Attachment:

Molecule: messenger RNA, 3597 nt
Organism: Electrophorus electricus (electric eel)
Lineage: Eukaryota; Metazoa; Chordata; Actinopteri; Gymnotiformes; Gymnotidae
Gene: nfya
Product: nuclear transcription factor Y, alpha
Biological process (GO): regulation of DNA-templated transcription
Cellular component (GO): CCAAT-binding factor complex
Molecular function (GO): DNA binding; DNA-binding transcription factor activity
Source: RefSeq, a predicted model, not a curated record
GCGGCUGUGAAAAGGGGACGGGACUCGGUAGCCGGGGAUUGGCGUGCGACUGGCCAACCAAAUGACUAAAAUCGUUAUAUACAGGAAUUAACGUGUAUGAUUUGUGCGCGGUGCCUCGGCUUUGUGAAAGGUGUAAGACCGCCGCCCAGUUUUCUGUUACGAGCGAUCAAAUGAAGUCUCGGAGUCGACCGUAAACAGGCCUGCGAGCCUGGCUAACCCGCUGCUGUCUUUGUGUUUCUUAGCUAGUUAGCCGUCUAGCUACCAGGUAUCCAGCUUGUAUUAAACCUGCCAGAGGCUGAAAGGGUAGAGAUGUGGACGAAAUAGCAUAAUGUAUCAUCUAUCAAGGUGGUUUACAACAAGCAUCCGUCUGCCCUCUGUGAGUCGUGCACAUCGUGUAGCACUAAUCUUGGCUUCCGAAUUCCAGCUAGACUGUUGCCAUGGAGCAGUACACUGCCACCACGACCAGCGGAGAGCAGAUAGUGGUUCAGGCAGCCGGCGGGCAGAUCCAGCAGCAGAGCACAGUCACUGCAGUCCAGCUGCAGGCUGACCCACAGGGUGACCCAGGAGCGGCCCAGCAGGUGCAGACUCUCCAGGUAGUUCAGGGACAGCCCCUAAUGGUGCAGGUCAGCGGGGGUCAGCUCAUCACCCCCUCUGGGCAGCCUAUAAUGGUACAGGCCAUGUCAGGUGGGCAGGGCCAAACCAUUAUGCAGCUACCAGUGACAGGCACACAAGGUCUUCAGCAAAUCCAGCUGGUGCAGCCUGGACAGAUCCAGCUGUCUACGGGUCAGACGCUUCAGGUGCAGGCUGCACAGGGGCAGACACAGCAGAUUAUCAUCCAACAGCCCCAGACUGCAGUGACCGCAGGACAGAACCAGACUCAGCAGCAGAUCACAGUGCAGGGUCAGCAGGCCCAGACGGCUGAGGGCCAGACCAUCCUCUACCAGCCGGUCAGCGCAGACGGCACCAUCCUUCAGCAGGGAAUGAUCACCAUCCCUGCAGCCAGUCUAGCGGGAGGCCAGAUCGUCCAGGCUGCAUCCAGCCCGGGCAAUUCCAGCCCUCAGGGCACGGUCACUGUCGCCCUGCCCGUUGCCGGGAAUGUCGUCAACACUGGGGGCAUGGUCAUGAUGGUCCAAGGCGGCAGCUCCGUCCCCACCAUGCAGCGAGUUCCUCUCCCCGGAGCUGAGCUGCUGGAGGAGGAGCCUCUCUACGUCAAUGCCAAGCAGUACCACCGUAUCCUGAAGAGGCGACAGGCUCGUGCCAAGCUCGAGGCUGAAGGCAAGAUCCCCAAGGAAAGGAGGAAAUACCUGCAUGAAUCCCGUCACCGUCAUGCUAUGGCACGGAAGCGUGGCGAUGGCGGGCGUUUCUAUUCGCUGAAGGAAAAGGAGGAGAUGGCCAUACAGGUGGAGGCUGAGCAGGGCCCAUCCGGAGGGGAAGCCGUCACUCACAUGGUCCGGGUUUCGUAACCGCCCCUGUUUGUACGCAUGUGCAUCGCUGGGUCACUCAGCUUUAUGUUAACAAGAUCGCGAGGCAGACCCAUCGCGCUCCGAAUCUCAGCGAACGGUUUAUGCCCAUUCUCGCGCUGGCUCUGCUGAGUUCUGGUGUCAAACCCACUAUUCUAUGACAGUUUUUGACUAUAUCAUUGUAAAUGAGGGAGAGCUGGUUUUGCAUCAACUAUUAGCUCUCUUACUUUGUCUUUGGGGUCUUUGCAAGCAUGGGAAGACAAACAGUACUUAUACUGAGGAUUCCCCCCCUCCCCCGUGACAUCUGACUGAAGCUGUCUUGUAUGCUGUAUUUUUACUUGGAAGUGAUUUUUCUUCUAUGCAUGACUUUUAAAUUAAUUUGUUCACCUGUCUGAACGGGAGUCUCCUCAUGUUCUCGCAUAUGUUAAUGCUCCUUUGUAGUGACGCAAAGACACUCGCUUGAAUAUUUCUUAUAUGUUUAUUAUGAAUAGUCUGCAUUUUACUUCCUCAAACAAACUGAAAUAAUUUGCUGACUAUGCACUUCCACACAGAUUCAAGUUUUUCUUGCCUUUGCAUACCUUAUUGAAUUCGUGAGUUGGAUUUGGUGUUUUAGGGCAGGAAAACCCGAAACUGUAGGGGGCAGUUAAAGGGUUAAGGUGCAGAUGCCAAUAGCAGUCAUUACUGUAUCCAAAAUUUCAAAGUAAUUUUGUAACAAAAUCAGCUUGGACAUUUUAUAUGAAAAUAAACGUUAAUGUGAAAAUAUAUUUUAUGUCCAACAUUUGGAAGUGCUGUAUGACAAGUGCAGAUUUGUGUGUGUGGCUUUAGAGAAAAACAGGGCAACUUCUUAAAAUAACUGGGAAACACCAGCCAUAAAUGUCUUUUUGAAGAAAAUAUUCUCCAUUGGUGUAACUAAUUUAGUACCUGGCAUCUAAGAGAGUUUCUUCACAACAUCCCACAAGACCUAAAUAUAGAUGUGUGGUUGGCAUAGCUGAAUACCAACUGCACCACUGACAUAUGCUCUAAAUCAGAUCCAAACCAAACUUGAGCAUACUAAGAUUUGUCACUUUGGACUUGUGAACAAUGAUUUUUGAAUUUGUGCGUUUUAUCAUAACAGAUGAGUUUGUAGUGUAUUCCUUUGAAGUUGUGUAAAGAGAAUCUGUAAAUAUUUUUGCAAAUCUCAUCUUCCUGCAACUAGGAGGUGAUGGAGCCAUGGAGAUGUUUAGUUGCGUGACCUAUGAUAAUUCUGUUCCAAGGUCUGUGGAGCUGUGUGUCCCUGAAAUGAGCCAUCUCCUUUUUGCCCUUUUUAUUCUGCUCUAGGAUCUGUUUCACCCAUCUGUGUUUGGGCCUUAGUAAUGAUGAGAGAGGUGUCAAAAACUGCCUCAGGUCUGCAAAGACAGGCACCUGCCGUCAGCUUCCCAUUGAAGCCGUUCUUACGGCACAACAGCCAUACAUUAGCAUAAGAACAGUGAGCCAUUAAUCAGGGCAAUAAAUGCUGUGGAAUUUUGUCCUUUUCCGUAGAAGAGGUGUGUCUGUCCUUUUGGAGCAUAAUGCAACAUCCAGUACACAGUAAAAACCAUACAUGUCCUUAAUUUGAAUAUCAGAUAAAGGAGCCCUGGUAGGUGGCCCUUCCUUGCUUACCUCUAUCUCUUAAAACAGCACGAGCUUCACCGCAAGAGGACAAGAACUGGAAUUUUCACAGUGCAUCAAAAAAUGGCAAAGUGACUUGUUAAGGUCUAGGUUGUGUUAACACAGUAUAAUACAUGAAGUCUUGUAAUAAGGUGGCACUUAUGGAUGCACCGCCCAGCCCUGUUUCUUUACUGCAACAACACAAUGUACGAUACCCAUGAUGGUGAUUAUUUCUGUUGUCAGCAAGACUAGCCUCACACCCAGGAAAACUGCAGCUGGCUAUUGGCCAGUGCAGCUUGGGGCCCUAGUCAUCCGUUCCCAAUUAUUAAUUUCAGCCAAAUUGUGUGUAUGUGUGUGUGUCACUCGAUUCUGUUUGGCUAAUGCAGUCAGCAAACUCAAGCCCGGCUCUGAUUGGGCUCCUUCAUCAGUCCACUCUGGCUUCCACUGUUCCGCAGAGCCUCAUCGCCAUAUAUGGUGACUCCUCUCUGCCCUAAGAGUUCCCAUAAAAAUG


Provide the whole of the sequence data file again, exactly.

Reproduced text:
Molecule: messenger RNA, 3597 nt
Organism: Electrophorus electricus (electric eel)
Lineage: Eukaryota; Metazoa; Chordata; Actinopteri; Gymnotiformes; Gymnotidae
Gene: nfya
Product: nuclear transcription factor Y, alpha
Biological process (GO): regulation of DNA-templated transcription
Cellular component (GO): CCAAT-binding factor complex
Molecular function (GO): DNA binding; DNA-binding transcription factor activity
Source: RefSeq, a predicted model, not a curated record
GCGGCUGUGAAAAGGGGACGGGACUCGGUAGCCGGGGAUUGGCGUGCGACUGGCCAACCAAAUGACUAAAAUCGUUAUAUACAGGAAUUAACGUGUAUGAUUUGUGCGCGGUGCCUCGGCUUUGUGAAAGGUGUAAGACCGCCGCCCAGUUUUCUGUUACGAGCGAUCAAAUGAAGUCUCGGAGUCGACCGUAAACAGGCCUGCGAGCCUGGCUAACCCGCUGCUGUCUUUGUGUUUCUUAGCUAGUUAGCCGUCUAGCUACCAGGUAUCCAGCUUGUAUUAAACCUGCCAGAGGCUGAAAGGGUAGAGAUGUGGACGAAAUAGCAUAAUGUAUCAUCUAUCAAGGUGGUUUACAACAAGCAUCCGUCUGCCCUCUGUGAGUCGUGCACAUCGUGUAGCACUAAUCUUGGCUUCCGAAUUCCAGCUAGACUGUUGCCAUGGAGCAGUACACUGCCACCACGACCAGCGGAGAGCAGAUAGUGGUUCAGGCAGCCGGCGGGCAGAUCCAGCAGCAGAGCACAGUCACUGCAGUCCAGCUGCAGGCUGACCCACAGGGUGACCCAGGAGCGGCCCAGCAGGUGCAGACUCUCCAGGUAGUUCAGGGACAGCCCCUAAUGGUGCAGGUCAGCGGGGGUCAGCUCAUCACCCCCUCUGGGCAGCCUAUAAUGGUACAGGCCAUGUCAGGUGGGCAGGGCCAAACCAUUAUGCAGCUACCAGUGACAGGCACACAAGGUCUUCAGCAAAUCCAGCUGGUGCAGCCUGGACAGAUCCAGCUGUCUACGGGUCAGACGCUUCAGGUGCAGGCUGCACAGGGGCAGACACAGCAGAUUAUCAUCCAACAGCCCCAGACUGCAGUGACCGCAGGACAGAACCAGACUCAGCAGCAGAUCACAGUGCAGGGUCAGCAGGCCCAGACGGCUGAGGGCCAGACCAUCCUCUACCAGCCGGUCAGCGCAGACGGCACCAUCCUUCAGCAGGGAAUGAUCACCAUCCCUGCAGCCAGUCUAGCGGGAGGCCAGAUCGUCCAGGCUGCAUCCAGCCCGGGCAAUUCCAGCCCUCAGGGCACGGUCACUGUCGCCCUGCCCGUUGCCGGGAAUGUCGUCAACACUGGGGGCAUGGUCAUGAUGGUCCAAGGCGGCAGCUCCGUCCCCACCAUGCAGCGAGUUCCUCUCCCCGGAGCUGAGCUGCUGGAGGAGGAGCCUCUCUACGUCAAUGCCAAGCAGUACCACCGUAUCCUGAAGAGGCGACAGGCUCGUGCCAAGCUCGAGGCUGAAGGCAAGAUCCCCAAGGAAAGGAGGAAAUACCUGCAUGAAUCCCGUCACCGUCAUGCUAUGGCACGGAAGCGUGGCGAUGGCGGGCGUUUCUAUUCGCUGAAGGAAAAGGAGGAGAUGGCCAUACAGGUGGAGGCUGAGCAGGGCCCAUCCGGAGGGGAAGCCGUCACUCACAUGGUCCGGGUUUCGUAACCGCCCCUGUUUGUACGCAUGUGCAUCGCUGGGUCACUCAGCUUUAUGUUAACAAGAUCGCGAGGCAGACCCAUCGCGCUCCGAAUCUCAGCGAACGGUUUAUGCCCAUUCUCGCGCUGGCUCUGCUGAGUUCUGGUGUCAAACCCACUAUUCUAUGACAGUUUUUGACUAUAUCAUUGUAAAUGAGGGAGAGCUGGUUUUGCAUCAACUAUUAGCUCUCUUACUUUGUCUUUGGGGUCUUUGCAAGCAUGGGAAGACAAACAGUACUUAUACUGAGGAUUCCCCCCCUCCCCCGUGACAUCUGACUGAAGCUGUCUUGUAUGCUGUAUUUUUACUUGGAAGUGAUUUUUCUUCUAUGCAUGACUUUUAAAUUAAUUUGUUCACCUGUCUGAACGGGAGUCUCCUCAUGUUCUCGCAUAUGUUAAUGCUCCUUUGUAGUGACGCAAAGACACUCGCUUGAAUAUUUCUUAUAUGUUUAUUAUGAAUAGUCUGCAUUUUACUUCCUCAAACAAACUGAAAUAAUUUGCUGACUAUGCACUUCCACACAGAUUCAAGUUUUUCUUGCCUUUGCAUACCUUAUUGAAUUCGUGAGUUGGAUUUGGUGUUUUAGGGCAGGAAAACCCGAAACUGUAGGGGGCAGUUAAAGGGUUAAGGUGCAGAUGCCAAUAGCAGUCAUUACUGUAUCCAAAAUUUCAAAGUAAUUUUGUAACAAAAUCAGCUUGGACAUUUUAUAUGAAAAUAAACGUUAAUGUGAAAAUAUAUUUUAUGUCCAACAUUUGGAAGUGCUGUAUGACAAGUGCAGAUUUGUGUGUGUGGCUUUAGAGAAAAACAGGGCAACUUCUUAAAAUAACUGGGAAACACCAGCCAUAAAUGUCUUUUUGAAGAAAAUAUUCUCCAUUGGUGUAACUAAUUUAGUACCUGGCAUCUAAGAGAGUUUCUUCACAACAUCCCACAAGACCUAAAUAUAGAUGUGUGGUUGGCAUAGCUGAAUACCAACUGCACCACUGACAUAUGCUCUAAAUCAGAUCCAAACCAAACUUGAGCAUACUAAGAUUUGUCACUUUGGACUUGUGAACAAUGAUUUUUGAAUUUGUGCGUUUUAUCAUAACAGAUGAGUUUGUAGUGUAUUCCUUUGAAGUUGUGUAAAGAGAAUCUGUAAAUAUUUUUGCAAAUCUCAUCUUCCUGCAACUAGGAGGUGAUGGAGCCAUGGAGAUGUUUAGUUGCGUGACCUAUGAUAAUUCUGUUCCAAGGUCUGUGGAGCUGUGUGUCCCUGAAAUGAGCCAUCUCCUUUUUGCCCUUUUUAUUCUGCUCUAGGAUCUGUUUCACCCAUCUGUGUUUGGGCCUUAGUAAUGAUGAGAGAGGUGUCAAAAACUGCCUCAGGUCUGCAAAGACAGGCACCUGCCGUCAGCUUCCCAUUGAAGCCGUUCUUACGGCACAACAGCCAUACAUUAGCAUAAGAACAGUGAGCCAUUAAUCAGGGCAAUAAAUGCUGUGGAAUUUUGUCCUUUUCCGUAGAAGAGGUGUGUCUGUCCUUUUGGAGCAUAAUGCAACAUCCAGUACACAGUAAAAACCAUACAUGUCCUUAAUUUGAAUAUCAGAUAAAGGAGCCCUGGUAGGUGGCCCUUCCUUGCUUACCUCUAUCUCUUAAAACAGCACGAGCUUCACCGCAAGAGGACAAGAACUGGAAUUUUCACAGUGCAUCAAAAAAUGGCAAAGUGACUUGUUAAGGUCUAGGUUGUGUUAACACAGUAUAAUACAUGAAGUCUUGUAAUAAGGUGGCACUUAUGGAUGCACCGCCCAGCCCUGUUUCUUUACUGCAACAACACAAUGUACGAUACCCAUGAUGGUGAUUAUUUCUGUUGUCAGCAAGACUAGCCUCACACCCAGGAAAACUGCAGCUGGCUAUUGGCCAGUGCAGCUUGGGGCCCUAGUCAUCCGUUCCCAAUUAUUAAUUUCAGCCAAAUUGUGUGUAUGUGUGUGUGUCACUCGAUUCUGUUUGGCUAAUGCAGUCAGCAAACUCAAGCCCGGCUCUGAUUGGGCUCCUUCAUCAGUCCACUCUGGCUUCCACUGUUCCGCAGAGCCUCAUCGCCAUAUAUGGUGACUCCUCUCUGCCCUAAGAGUUCCCAUAAAAAUG